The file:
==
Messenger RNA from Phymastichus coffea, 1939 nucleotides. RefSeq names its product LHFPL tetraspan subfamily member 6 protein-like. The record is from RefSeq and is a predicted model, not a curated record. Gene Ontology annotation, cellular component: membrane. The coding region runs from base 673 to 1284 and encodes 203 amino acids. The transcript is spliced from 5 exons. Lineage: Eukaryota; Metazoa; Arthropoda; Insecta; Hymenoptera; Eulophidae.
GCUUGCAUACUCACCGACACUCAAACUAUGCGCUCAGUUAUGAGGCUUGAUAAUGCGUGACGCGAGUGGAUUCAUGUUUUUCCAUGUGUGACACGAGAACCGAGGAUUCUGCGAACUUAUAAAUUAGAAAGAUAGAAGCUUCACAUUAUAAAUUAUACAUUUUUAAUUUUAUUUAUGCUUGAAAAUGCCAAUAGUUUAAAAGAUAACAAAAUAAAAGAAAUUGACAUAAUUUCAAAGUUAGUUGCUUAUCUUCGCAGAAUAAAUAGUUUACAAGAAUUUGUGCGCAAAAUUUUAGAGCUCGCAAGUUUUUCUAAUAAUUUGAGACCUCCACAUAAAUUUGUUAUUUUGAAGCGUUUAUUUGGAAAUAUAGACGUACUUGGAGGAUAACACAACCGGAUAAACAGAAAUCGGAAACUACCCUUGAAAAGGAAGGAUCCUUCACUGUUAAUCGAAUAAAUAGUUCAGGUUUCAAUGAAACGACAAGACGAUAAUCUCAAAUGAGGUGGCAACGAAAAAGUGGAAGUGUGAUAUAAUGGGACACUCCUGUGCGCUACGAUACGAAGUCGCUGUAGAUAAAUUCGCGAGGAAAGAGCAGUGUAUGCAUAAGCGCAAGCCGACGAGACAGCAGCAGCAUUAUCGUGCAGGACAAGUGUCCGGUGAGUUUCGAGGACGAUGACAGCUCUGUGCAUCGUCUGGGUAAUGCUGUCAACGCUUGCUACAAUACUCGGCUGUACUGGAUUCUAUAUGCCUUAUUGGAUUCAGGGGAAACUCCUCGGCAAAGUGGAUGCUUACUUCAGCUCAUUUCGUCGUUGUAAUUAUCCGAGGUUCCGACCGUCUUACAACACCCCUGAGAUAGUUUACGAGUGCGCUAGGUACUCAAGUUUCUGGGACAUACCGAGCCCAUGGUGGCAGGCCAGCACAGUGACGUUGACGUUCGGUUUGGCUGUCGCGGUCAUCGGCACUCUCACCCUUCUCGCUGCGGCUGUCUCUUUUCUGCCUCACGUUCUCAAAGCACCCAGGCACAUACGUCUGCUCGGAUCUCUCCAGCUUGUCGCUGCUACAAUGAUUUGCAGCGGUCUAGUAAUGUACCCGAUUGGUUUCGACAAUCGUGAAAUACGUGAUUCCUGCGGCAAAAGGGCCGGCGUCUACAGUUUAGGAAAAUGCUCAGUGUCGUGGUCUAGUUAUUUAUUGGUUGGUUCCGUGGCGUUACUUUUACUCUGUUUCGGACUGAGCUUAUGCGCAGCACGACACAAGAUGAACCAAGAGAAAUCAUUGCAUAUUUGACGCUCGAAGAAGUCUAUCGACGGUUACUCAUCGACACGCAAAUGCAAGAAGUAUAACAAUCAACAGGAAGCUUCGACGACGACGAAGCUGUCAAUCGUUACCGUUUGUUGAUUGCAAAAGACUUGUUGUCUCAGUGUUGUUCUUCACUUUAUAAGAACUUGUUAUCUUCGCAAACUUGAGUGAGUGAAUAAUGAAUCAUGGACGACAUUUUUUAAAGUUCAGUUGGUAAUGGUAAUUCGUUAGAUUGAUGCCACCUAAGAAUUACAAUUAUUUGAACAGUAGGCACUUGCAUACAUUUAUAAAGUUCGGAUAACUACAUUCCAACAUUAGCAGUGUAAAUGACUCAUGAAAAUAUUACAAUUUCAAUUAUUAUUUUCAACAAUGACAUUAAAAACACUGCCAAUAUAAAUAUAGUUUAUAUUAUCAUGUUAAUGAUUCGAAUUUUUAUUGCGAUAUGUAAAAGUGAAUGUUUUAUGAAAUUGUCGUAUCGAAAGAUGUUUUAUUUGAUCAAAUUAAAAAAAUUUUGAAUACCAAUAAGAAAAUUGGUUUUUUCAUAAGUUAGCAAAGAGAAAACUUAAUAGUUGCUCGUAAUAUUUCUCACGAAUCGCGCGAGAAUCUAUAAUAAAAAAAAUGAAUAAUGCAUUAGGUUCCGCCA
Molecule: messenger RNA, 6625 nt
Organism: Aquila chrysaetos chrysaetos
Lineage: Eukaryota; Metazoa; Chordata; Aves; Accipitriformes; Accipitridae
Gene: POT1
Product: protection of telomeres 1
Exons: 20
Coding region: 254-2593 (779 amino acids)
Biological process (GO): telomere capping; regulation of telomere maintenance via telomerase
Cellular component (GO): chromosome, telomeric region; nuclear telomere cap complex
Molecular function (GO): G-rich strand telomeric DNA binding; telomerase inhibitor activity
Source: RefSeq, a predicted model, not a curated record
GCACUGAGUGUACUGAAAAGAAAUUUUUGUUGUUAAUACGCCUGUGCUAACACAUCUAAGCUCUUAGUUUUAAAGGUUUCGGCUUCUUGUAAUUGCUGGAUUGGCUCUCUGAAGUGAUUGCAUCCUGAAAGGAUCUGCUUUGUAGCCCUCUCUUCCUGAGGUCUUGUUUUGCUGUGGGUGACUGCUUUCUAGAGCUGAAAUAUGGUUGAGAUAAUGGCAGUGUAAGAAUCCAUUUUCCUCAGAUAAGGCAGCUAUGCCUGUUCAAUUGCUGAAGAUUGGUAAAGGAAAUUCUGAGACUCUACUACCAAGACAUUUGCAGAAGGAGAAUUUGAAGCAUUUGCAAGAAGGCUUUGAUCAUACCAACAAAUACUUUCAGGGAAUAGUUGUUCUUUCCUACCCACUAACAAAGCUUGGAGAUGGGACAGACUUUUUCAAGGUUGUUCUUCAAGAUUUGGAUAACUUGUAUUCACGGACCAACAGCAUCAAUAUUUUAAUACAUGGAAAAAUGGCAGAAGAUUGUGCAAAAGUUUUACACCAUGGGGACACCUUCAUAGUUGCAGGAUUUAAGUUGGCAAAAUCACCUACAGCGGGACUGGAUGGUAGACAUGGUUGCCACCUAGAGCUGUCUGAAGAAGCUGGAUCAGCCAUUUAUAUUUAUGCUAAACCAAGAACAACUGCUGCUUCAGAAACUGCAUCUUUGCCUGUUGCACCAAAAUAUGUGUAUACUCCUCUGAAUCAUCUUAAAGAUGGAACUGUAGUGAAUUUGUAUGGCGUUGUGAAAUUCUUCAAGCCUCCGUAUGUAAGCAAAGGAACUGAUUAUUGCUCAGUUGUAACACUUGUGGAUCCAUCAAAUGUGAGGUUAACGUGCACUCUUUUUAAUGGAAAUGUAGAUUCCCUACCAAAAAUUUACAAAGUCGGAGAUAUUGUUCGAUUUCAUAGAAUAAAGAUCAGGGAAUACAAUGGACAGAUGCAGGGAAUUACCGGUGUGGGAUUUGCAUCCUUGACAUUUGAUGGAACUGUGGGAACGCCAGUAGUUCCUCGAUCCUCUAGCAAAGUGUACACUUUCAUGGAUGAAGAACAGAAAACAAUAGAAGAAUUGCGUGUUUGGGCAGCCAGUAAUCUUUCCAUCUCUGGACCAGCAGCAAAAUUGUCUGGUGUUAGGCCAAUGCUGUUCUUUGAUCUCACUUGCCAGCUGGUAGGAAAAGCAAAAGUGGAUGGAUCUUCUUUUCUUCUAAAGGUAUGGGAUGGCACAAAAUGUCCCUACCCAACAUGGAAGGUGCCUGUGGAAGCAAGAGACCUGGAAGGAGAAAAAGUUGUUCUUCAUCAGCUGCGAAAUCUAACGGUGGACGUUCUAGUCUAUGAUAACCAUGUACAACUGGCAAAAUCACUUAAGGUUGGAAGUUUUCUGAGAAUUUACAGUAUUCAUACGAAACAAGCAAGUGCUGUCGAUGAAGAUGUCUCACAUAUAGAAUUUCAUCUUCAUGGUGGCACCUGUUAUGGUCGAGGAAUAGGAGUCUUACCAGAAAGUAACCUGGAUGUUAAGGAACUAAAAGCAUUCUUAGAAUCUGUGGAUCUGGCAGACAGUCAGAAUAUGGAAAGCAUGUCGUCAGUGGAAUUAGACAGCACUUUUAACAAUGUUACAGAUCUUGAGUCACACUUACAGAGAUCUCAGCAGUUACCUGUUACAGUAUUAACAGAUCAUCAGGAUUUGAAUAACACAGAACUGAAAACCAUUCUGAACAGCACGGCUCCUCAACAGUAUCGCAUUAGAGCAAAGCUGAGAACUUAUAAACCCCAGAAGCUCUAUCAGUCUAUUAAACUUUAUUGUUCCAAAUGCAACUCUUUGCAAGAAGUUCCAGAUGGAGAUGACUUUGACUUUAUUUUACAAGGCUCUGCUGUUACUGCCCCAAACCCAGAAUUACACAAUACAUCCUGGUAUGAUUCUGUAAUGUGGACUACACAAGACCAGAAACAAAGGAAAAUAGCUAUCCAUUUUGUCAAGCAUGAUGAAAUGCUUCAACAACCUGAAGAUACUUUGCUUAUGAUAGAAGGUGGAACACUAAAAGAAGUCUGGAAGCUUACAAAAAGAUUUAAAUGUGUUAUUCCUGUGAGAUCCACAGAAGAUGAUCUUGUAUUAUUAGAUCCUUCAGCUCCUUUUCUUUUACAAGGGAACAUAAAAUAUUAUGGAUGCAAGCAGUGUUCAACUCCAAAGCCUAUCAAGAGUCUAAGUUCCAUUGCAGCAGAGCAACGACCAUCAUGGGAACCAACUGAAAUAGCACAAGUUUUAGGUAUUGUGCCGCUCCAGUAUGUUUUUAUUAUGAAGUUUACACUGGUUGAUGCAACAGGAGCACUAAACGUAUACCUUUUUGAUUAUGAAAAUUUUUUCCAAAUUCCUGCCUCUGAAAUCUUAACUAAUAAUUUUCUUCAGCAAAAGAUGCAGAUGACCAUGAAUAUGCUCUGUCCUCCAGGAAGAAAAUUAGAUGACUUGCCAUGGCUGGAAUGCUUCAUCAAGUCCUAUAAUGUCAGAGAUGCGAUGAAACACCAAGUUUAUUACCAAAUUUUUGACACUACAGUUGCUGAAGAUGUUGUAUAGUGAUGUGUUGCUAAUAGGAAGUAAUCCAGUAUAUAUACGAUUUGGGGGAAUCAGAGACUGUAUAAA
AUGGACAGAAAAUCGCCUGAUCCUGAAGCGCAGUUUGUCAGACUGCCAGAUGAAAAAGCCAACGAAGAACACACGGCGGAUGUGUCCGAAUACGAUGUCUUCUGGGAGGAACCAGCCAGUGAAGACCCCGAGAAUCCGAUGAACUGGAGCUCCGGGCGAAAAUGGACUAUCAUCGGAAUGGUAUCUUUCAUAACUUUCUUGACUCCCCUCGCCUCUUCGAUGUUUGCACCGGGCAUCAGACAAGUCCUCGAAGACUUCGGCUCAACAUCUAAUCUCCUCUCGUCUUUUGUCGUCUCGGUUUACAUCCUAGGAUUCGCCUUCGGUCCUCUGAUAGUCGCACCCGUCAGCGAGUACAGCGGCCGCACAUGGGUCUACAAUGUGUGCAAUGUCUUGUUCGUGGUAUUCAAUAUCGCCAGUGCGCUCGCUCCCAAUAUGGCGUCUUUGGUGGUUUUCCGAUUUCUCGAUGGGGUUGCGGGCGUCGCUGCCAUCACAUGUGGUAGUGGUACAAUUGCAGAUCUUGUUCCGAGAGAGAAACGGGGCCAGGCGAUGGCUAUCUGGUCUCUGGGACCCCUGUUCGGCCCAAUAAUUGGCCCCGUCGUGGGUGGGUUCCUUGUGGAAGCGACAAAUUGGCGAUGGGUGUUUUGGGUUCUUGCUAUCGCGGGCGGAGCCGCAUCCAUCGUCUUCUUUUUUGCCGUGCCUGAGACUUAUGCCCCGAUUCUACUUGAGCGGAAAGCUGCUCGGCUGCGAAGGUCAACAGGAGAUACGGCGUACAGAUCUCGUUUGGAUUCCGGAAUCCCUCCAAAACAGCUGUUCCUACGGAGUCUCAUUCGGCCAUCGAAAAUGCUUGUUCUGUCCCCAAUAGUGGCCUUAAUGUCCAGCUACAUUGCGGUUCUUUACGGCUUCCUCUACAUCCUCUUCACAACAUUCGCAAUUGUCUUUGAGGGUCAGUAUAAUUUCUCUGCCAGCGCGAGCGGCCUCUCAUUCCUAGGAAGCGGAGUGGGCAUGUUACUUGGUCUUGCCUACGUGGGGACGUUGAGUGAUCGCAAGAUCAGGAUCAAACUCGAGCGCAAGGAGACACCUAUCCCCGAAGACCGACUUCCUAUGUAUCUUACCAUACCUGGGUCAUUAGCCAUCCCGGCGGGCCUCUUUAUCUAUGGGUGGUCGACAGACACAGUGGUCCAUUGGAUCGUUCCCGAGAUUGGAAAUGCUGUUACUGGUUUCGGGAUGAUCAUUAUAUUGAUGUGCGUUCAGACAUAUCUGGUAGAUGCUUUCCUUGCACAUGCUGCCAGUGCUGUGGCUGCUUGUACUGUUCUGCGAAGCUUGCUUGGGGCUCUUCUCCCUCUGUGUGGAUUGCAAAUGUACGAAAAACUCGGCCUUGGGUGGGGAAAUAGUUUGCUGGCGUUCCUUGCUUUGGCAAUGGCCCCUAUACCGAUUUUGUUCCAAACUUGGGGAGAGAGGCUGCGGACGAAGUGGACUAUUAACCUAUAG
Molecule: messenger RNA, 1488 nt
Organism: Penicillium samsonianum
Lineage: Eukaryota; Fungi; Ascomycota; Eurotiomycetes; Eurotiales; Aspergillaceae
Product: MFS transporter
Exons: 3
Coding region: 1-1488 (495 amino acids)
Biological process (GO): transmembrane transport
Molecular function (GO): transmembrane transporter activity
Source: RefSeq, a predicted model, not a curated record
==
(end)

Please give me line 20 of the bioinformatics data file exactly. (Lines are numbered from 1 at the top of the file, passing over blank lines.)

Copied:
Exons: 3